Crack (is it freebase cocaine? look into this)

Dextroamphetamine (Dexedrine): Pregnancy category C according to the FDA. Animal trials indicate teratogenic effects meaning that it affects the genes of the fetus causing congenital defects. One reported human case supports this theory

https://www.drugs.com/pregnancy/dextroamphetamine.html

http://www.accessdata.fda.gov/drugsatfda_docs/label/2007/017078s042lbl.pdf

Evekeo: Pregnancy category C according to the manufacturers site. dextroamphetamine (50% of the ingredients in evekeo) caused congenital defects in mice.

https://www.evekeo.com/assets/evekeo-pi.pdf

Focalin

MDMA

Methamphetamine

Methylphenidate (Ritalin, Concerta): Pregnancy category C according to the FDA. High doses administered to rabbits in animal studies resulted in fetuses having congenital malformations (spina bifida mainly which is an incomplete development of the spine).

http://www.accessdata.fda.gov/drugsatfda_docs/label/2007/010187s069,018029s040,021284s011lbl.pdf

Nicotine

Vyvanse


Opioids

Fentanyl

Heroin

Hydromorphone

Ketobemidone

Morphine

Norcos

Oxycodone

Oxymorphone

Vicodin

U4700 (spell check)


Benzodiazepines

In general the FDA has found that benzodiazepines as a class increase the risk for congenital malformations for the fetus when taken by a pregnant mother and should only be taken when the benefits absolutely outweigh the risks

Alprazolam (Xanax): Pregnancy category D according to the FDA. Potential to cause congenital defects with the fetus if used during pregnancy.

http://www.accessdata.fda.gov/drugsatfda_docs/label/2011/018276s044,021434s006lbl.pdf

Bromazepam

Brotizolam

Chlordazepoxide

Clobazam

Clonazepam

Clorazepate

Diazepam (Valium): Pregnancy category D according to the FDA. Potential to cause congenital defects proven through animal studies.

http://www.accessdata.fda.gov/drugsatfda_docs/label/2008/013263s083lbl.pdf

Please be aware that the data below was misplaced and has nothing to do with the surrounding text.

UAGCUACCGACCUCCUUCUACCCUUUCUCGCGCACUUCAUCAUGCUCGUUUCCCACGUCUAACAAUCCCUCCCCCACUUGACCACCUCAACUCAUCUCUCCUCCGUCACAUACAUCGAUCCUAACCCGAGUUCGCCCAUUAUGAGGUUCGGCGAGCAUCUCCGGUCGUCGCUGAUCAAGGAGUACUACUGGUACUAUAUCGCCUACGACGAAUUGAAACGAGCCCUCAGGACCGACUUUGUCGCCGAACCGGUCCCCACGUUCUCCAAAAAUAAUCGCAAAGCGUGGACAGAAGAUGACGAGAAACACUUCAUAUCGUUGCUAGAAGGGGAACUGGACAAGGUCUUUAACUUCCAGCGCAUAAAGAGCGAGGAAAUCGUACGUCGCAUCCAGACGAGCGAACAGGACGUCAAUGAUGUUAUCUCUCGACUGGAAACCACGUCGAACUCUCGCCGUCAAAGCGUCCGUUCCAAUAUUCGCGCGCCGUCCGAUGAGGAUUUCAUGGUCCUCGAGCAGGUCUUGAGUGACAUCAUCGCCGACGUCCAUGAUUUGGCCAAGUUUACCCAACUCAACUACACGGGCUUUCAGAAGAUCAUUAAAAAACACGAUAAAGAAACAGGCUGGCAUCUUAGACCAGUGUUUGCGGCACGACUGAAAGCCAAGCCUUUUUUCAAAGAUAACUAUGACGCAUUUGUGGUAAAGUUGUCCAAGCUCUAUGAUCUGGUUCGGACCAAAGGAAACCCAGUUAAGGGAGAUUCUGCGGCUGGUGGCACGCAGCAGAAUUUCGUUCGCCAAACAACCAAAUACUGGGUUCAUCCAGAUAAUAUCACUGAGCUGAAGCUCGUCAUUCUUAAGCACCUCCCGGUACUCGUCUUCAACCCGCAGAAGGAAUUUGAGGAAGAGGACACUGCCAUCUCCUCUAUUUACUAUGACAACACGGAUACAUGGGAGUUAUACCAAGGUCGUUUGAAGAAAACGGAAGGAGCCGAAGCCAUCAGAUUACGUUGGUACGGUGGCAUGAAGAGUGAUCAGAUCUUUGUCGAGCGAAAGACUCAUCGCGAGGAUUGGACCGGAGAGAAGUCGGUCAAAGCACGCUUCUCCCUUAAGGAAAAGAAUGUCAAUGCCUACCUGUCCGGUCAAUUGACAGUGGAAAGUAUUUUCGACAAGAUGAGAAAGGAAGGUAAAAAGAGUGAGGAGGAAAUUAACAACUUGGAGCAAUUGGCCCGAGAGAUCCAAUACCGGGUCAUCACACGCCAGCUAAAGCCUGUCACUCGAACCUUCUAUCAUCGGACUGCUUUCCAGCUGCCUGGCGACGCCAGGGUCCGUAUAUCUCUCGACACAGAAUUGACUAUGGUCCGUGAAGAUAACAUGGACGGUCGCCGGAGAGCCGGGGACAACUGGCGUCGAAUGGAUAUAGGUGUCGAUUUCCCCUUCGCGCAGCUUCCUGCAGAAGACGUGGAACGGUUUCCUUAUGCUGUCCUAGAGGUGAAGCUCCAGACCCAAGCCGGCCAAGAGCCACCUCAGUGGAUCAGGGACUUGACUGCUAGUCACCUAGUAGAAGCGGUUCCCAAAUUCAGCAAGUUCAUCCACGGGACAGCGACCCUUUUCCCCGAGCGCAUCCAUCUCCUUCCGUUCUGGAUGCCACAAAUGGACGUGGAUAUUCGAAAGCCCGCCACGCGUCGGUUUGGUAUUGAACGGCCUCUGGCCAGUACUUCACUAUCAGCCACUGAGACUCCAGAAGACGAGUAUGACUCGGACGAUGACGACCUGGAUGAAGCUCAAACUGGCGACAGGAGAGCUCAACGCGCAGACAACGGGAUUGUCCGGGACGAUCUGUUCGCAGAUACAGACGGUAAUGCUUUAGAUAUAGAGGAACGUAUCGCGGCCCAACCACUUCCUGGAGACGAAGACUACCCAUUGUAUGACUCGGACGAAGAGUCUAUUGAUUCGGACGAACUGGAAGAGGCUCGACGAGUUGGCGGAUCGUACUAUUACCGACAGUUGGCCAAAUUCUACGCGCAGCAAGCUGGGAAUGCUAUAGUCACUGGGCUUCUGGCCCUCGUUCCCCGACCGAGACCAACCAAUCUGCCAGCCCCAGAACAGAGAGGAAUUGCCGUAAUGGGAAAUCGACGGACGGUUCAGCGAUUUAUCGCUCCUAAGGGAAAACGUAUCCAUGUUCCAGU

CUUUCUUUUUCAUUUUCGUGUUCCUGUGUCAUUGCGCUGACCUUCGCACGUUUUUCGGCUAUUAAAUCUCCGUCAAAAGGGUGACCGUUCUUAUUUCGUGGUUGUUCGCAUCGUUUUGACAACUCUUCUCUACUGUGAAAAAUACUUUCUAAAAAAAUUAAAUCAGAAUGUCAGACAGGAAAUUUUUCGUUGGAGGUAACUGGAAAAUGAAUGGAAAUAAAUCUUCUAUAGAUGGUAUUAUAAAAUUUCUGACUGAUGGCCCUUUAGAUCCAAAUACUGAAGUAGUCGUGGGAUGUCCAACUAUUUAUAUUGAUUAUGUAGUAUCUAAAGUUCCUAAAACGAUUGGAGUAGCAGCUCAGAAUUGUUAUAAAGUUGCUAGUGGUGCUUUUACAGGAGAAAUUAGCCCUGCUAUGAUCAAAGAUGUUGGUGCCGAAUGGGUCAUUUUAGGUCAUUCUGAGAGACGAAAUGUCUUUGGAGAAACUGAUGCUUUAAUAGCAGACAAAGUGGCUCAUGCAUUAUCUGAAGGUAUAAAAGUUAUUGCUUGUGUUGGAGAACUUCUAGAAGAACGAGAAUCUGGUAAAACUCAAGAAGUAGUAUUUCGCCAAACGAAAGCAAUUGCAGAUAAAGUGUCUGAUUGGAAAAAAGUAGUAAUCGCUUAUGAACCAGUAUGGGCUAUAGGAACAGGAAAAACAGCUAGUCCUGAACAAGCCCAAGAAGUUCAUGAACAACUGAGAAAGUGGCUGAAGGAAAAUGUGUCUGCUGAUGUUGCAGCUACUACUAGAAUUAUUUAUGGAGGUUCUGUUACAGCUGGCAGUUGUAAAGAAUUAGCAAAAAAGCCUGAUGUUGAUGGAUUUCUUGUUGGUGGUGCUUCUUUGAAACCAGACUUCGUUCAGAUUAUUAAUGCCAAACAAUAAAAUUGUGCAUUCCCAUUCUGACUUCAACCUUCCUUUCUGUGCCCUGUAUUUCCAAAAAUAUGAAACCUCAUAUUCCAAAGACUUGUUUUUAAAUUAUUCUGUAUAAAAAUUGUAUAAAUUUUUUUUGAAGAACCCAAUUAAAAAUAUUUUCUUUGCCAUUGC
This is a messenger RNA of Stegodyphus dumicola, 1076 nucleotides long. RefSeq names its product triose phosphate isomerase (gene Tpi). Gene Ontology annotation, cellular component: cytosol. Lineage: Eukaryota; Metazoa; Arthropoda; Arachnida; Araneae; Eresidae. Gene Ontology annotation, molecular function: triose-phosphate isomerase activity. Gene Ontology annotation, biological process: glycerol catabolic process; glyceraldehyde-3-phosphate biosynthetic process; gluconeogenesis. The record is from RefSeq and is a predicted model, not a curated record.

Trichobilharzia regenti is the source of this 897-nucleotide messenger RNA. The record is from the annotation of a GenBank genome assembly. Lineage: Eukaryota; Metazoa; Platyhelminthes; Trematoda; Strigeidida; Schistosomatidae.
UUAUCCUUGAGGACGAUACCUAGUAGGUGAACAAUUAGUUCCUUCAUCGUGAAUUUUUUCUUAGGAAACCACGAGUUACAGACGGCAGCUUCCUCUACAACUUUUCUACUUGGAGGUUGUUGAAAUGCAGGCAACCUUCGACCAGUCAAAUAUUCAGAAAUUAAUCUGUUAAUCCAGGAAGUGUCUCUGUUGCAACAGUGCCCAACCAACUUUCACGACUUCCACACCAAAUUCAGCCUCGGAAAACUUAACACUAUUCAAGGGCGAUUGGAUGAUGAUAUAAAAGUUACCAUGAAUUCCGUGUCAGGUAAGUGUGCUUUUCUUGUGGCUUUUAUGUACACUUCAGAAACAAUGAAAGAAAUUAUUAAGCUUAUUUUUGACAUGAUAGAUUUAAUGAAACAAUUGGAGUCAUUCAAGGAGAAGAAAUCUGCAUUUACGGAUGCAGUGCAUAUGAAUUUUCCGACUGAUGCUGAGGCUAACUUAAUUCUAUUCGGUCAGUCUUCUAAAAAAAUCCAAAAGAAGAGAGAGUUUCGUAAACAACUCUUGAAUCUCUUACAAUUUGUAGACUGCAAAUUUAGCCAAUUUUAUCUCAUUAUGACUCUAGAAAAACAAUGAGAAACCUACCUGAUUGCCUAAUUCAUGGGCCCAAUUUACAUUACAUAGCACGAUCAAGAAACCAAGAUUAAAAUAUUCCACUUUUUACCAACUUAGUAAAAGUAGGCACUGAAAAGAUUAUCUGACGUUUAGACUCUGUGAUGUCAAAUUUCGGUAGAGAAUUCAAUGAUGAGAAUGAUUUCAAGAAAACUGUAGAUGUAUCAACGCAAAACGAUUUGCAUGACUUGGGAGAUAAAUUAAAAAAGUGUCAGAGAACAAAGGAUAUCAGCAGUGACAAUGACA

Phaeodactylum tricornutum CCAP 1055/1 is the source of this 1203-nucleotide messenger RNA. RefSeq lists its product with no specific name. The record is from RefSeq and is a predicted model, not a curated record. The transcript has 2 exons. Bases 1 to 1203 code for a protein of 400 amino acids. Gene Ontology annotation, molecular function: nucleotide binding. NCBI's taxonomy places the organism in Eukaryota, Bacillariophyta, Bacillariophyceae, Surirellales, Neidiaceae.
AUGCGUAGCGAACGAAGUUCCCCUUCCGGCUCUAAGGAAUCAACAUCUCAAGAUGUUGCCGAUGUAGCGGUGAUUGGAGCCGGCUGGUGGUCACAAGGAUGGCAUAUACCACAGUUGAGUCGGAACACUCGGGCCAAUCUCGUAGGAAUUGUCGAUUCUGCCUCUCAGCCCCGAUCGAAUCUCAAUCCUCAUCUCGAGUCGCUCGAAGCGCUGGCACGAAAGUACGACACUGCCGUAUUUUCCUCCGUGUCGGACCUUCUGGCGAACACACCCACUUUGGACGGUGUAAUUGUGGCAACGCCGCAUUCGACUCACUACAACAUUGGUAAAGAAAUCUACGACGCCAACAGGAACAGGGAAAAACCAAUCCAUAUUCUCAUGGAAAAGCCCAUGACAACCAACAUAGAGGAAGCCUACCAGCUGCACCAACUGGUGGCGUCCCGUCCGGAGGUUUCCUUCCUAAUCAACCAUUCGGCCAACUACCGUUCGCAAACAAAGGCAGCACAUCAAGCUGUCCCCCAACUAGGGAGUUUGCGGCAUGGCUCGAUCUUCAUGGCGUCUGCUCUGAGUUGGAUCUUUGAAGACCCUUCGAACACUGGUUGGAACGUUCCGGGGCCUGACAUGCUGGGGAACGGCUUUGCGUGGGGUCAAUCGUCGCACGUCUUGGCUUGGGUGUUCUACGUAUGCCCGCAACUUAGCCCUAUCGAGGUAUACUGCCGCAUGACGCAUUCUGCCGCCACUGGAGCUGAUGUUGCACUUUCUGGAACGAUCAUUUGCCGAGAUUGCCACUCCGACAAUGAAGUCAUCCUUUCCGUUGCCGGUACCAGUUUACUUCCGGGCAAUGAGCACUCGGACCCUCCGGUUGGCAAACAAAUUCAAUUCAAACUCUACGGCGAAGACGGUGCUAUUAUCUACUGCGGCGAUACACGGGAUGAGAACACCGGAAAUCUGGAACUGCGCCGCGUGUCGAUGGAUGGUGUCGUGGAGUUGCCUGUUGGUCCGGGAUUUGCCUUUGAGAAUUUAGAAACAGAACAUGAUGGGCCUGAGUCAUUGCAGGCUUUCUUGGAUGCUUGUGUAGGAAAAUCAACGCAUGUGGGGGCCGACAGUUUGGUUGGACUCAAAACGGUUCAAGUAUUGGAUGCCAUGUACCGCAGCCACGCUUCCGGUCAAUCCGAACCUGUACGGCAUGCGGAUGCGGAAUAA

Diclazepam

Estazolam

Etizolam

Flubromazepam

Flubromazolam

Flunitrazepam

Flutoprazepam

Flurazepam

Halazepam

Ketazolam

Loprazolam

Lorazepam (Ativan): Pregnancy category D according to the FDA. Studies in animals show potential for congenital defects. Newborns upon delivery from mothers who used Ativan late into their trimesters were seen to have respiratory depression or stopped breathing completely.

http://www.accessdata.fda.gov/drugsatfda_docs/label/2007/017794s034s035lbl.pdf

http://www.accessdata.fda.gov/drugsatfda_docs/label/2006/018140s028lbl.pdf

Lormetazepam

Medazepam

Midazolam (Versed): Pregnancy category D according to the FDA. Studies show increased chance of congenital malformations

https://www.drugs.com/pregnancy/midazolam.html

http://www.fda.gov/ohrms/dockets/dailys/01/Mar01/032101/cp00001_exhibit_02.pdf

Nitrazepam

Nordazepam

Oxazepam

Phenazepam

Prazepam

Pyrazolam

Quazepam

Temazopam

Triazolam


SSRIs

Citalopram

Escitalopram

Fluoxetine

Paroxetine

Sertraline


SNRIs


SARIs


NDRIs


MAOIs


TCAs


TeCAs


NMDAN-methyl-D-aspartate receptor. NMDA antagonists are often dissociatives. antagonists


Other antidepressants


Deliriants

DPH

Datura

Scopolamine

Tobacco

Top Contributors